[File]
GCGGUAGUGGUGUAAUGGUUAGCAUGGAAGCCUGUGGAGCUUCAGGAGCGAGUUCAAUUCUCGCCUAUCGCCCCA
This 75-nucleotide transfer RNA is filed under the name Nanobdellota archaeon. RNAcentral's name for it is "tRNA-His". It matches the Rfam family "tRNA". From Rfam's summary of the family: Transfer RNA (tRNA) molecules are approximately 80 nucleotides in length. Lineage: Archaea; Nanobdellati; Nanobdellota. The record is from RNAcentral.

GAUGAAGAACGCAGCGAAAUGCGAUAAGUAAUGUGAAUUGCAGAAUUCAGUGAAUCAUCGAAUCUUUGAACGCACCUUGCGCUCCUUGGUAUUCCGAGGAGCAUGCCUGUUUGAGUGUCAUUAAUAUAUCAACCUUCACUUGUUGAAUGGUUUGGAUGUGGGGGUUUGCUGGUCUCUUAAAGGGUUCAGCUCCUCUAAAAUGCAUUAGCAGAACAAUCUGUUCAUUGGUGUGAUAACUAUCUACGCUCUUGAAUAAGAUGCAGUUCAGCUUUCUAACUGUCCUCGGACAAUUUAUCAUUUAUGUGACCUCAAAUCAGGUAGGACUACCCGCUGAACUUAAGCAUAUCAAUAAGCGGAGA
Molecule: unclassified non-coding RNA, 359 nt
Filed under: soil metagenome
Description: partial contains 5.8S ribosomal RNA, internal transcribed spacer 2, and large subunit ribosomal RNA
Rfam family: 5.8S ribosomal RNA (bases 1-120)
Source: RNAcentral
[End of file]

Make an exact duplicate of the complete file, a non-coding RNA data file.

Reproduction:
GCGGUAGUGGUGUAAUGGUUAGCAUGGAAGCCUGUGGAGCUUCAGGAGCGAGUUCAAUUCUCGCCUAUCGCCCCA
This 75-nucleotide transfer RNA is filed under the name Nanobdellota archaeon. RNAcentral's name for it is "tRNA-His". It matches the Rfam family "tRNA". From Rfam's summary of the family: Transfer RNA (tRNA) molecules are approximately 80 nucleotides in length. Lineage: Archaea; Nanobdellati; Nanobdellota. The record is from RNAcentral.

GAUGAAGAACGCAGCGAAAUGCGAUAAGUAAUGUGAAUUGCAGAAUUCAGUGAAUCAUCGAAUCUUUGAACGCACCUUGCGCUCCUUGGUAUUCCGAGGAGCAUGCCUGUUUGAGUGUCAUUAAUAUAUCAACCUUCACUUGUUGAAUGGUUUGGAUGUGGGGGUUUGCUGGUCUCUUAAAGGGUUCAGCUCCUCUAAAAUGCAUUAGCAGAACAAUCUGUUCAUUGGUGUGAUAACUAUCUACGCUCUUGAAUAAGAUGCAGUUCAGCUUUCUAACUGUCCUCGGACAAUUUAUCAUUUAUGUGACCUCAAAUCAGGUAGGACUACCCGCUGAACUUAAGCAUAUCAAUAAGCGGAGA
Molecule: unclassified non-coding RNA, 359 nt
Filed under: soil metagenome
Description: partial contains 5.8S ribosomal RNA, internal transcribed spacer 2, and large subunit ribosomal RNA
Rfam family: 5.8S ribosomal RNA (bases 1-120)
Source: RNAcentral